What started as a successful sports tech company created in the dorms at the University of Wisconsin-Eau Claire, soon grew into a money-making fintech platform when it started processing payments and offering other financial products like insurance, lending, apparel sales, and more. Learn about the company’s journey from its origins building websites for local youth hockey associations to processing billions of dollars and creating a vertical SaaS juggernaut in youth sports.
Embedded Fintech Products
The Cold Start
When he was a college student at the University of Wisconsin-Eau Claire, Justin Kaufenberg identified a significant problem with youth sports organizations.
His father was the president of a youth hockey organization in Minnesota and mentioned to Kaufenberg that he wished he could be back on the ice coaching kids and not spending his nights and weekends sitting behind stacks of paperwork and managing certifications, payments, registrations, and other business aspects of the hockey organization.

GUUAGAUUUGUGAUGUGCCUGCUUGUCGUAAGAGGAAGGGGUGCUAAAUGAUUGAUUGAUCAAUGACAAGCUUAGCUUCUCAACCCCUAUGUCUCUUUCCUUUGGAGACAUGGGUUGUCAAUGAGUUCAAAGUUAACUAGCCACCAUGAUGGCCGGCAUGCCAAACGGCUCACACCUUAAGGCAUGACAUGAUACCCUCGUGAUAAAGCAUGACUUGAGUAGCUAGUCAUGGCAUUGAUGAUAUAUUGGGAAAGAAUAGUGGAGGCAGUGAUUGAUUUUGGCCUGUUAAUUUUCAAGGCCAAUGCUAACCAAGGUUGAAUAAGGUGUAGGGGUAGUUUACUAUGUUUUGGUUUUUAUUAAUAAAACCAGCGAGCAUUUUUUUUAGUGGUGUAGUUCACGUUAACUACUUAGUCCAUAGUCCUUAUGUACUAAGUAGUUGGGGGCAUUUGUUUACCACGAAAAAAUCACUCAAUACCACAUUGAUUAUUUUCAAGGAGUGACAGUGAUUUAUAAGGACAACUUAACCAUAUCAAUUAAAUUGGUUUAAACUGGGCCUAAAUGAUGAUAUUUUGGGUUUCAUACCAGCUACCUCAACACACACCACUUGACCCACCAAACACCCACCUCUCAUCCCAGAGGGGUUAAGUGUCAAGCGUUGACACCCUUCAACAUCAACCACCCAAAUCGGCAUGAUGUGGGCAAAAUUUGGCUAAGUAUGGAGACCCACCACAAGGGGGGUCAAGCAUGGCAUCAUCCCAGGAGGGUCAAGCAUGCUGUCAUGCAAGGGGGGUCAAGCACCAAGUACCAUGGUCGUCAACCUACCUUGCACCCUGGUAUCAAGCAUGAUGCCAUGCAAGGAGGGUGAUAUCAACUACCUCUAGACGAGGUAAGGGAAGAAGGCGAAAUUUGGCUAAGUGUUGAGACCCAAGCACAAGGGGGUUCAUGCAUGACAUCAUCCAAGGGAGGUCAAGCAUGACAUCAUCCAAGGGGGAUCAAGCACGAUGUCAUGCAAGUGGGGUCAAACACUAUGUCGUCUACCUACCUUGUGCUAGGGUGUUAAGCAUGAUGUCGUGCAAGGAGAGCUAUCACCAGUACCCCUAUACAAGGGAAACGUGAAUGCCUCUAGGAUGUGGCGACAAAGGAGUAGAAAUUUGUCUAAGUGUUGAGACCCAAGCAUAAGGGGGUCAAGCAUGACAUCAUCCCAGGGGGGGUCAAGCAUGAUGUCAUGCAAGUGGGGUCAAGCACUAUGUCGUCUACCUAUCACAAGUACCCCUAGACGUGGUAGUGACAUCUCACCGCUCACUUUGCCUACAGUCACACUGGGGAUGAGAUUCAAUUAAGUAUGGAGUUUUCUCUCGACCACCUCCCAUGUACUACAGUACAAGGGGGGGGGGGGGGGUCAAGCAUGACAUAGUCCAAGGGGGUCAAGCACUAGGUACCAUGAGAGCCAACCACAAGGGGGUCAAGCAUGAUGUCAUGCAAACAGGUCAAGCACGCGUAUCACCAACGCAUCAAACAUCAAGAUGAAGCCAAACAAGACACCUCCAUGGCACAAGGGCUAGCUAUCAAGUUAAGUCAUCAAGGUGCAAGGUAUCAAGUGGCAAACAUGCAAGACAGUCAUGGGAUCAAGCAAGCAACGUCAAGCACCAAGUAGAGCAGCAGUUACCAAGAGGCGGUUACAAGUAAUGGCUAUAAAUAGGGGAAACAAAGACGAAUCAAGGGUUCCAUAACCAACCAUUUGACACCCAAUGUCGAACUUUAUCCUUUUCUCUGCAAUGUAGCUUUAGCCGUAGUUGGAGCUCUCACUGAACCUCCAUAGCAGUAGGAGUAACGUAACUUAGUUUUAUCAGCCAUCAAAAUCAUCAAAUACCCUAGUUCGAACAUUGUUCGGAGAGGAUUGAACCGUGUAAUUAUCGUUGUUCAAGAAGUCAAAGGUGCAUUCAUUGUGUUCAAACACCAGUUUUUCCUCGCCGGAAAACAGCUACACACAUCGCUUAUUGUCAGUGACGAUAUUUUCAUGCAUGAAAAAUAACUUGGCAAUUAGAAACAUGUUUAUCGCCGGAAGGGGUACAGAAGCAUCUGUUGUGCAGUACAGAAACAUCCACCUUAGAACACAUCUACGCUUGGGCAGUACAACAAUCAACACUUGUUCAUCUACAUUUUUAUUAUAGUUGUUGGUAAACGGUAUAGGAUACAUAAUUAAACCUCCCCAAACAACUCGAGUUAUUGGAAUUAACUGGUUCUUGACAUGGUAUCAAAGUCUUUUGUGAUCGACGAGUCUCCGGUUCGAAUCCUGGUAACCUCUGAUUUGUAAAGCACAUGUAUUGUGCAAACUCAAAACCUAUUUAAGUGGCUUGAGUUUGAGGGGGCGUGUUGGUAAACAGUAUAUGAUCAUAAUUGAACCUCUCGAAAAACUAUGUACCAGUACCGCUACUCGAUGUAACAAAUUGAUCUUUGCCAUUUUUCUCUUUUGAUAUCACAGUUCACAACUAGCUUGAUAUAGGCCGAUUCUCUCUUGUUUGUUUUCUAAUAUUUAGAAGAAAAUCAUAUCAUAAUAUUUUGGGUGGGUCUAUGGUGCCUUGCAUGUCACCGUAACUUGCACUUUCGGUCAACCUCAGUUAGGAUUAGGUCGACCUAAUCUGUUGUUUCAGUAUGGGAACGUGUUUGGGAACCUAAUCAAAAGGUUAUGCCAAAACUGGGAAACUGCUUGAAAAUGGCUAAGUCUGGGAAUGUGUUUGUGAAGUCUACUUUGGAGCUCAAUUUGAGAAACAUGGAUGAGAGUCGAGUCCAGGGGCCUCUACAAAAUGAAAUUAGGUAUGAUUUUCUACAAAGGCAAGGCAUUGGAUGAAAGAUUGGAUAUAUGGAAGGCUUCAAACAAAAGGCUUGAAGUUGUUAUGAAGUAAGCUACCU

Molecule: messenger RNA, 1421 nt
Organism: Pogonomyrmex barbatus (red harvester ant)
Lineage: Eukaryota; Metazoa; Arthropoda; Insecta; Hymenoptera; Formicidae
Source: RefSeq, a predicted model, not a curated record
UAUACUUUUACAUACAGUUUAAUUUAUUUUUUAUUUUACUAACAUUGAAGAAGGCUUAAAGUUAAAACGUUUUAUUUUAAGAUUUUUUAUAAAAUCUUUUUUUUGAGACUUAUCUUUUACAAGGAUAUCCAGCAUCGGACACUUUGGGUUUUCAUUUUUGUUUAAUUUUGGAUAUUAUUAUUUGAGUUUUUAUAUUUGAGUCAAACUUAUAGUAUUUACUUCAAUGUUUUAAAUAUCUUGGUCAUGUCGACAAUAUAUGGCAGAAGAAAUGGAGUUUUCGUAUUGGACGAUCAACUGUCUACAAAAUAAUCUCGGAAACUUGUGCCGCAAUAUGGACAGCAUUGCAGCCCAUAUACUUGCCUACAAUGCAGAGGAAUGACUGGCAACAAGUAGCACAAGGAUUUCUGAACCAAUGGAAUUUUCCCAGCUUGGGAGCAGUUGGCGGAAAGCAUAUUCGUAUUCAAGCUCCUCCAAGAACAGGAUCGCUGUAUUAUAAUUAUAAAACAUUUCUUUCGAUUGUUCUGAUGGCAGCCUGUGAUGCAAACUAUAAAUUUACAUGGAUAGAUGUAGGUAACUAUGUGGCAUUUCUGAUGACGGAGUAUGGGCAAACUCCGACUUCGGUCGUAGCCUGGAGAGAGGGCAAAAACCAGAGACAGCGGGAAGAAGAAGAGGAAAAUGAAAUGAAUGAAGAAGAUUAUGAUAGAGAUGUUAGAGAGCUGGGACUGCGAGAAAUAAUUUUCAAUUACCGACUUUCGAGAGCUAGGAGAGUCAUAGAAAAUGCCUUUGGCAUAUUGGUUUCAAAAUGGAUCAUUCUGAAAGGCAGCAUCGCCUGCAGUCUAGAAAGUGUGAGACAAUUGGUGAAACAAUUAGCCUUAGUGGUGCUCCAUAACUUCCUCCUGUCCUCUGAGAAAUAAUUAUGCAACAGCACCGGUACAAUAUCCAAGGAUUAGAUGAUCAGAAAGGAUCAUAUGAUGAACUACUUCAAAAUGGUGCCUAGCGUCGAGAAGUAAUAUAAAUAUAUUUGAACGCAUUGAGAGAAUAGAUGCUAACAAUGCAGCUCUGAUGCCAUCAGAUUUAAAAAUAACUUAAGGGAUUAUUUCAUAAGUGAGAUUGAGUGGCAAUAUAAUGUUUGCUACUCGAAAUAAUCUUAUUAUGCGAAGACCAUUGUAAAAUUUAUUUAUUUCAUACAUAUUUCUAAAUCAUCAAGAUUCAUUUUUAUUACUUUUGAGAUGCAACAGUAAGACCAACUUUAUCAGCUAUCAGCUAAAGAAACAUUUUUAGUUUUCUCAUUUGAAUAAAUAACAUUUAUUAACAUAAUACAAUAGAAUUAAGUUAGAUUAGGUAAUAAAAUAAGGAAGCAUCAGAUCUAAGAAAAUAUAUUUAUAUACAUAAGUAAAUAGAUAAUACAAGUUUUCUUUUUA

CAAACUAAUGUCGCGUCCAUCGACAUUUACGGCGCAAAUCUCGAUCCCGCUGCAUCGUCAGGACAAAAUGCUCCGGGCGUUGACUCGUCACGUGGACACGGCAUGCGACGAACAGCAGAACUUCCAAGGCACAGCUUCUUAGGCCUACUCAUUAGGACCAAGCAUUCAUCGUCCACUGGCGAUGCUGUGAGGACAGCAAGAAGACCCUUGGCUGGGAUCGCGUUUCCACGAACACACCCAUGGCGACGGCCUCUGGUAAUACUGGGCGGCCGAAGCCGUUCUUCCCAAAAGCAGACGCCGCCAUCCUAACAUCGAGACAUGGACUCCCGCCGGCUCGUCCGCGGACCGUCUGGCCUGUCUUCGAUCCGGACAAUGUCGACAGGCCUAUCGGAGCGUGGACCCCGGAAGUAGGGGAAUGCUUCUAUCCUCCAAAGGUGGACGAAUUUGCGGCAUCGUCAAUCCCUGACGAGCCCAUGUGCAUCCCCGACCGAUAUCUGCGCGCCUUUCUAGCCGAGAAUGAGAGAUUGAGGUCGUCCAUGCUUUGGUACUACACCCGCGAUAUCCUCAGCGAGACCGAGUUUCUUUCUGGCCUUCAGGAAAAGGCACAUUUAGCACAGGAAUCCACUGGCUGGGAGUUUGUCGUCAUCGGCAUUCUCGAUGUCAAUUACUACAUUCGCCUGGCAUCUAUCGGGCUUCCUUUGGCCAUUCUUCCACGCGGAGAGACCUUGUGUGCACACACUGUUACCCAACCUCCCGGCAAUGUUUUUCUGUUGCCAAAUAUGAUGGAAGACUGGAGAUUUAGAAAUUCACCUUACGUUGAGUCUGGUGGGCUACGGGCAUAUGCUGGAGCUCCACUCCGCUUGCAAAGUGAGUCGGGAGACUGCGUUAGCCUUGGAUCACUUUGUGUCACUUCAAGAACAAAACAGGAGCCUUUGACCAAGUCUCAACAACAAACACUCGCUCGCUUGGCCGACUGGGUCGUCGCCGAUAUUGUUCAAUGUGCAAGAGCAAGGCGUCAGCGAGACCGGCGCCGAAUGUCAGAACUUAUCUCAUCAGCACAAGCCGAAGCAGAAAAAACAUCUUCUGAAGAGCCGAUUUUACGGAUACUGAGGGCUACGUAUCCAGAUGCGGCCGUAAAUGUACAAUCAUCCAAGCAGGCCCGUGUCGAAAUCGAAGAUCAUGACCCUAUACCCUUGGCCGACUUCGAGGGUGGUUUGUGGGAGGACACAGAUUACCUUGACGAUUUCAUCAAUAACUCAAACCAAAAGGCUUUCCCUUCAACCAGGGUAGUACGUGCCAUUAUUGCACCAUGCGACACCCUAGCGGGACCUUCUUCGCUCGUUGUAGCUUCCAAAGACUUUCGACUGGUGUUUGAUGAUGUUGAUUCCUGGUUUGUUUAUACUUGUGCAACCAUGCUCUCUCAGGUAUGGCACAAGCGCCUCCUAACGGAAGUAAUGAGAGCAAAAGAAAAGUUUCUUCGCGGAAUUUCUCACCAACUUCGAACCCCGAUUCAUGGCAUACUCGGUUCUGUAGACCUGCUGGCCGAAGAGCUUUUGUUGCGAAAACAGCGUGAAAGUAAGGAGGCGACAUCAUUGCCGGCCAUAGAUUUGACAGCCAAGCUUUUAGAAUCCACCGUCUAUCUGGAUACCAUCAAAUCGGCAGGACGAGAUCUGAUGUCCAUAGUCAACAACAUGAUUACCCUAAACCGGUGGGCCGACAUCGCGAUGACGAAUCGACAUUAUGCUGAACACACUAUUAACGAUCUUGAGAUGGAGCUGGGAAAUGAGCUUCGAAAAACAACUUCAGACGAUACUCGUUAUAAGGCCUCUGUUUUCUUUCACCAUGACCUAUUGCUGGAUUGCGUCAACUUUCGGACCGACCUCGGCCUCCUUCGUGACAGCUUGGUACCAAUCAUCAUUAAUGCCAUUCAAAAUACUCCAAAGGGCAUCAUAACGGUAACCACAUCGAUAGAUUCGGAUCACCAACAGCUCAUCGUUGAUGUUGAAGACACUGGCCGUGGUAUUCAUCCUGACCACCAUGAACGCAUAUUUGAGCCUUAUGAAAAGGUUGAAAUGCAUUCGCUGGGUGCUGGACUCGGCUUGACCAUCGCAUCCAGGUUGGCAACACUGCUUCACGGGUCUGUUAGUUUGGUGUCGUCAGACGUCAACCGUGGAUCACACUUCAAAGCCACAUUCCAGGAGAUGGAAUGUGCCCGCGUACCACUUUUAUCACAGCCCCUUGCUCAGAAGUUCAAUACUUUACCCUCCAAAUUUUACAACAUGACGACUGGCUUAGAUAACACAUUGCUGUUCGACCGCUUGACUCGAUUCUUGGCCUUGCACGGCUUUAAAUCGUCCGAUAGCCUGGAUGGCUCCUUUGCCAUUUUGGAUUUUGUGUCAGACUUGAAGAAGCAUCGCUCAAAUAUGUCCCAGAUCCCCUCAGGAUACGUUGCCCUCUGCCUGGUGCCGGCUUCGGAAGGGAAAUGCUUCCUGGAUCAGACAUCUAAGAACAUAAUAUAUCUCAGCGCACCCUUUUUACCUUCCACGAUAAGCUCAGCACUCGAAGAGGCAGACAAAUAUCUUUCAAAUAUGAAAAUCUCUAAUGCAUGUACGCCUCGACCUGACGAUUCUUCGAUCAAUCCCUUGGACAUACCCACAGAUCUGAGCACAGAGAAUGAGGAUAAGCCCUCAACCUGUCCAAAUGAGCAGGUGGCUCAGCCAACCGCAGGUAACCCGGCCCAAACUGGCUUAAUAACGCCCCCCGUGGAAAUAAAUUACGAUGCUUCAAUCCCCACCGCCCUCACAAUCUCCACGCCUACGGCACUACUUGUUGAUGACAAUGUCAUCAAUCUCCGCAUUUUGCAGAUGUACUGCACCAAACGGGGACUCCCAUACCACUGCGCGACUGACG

“That always stuck with me, that somebody who had been volunteering for 30-plus years had effectively lost their nights and weekends to manage the treasury for a youth sports organization,” Kaufenberg said.
Kaufenberg experienced this firsthand while working for a youth hockey club in Eau Claire. During registration, he was shocked to see nearly $1 million leave the building in a little tin money box.
“That was kind of the wake-up call,” Kaufenberg said.
He knew there was an opportunity for youth sports organizations to better streamline the financial and business aspects of their clubs.
Justin and a few friends started writing software to help youth sports organizations.
“When we put our heads down and started building the first version of the software platform, not only did we understand the need, but we were shocked to realize that there’s almost $100 billion per year transacted in the U.S. in the form of people signing up for recreational sports,” Kaufenberg said.
At first, the software helped youth sports organizations create websites and post messages and schedules. After about a year, they started getting pulled more into registrations. Clubs needed help signing up kids, collecting payments, filing paperwork, tracking down bad checks, and other business administration challenges.
Kaufenberg’s software faced a turning point when a Minnesota youth hockey club said they wanted to collect payments online for the first time – in just a few days.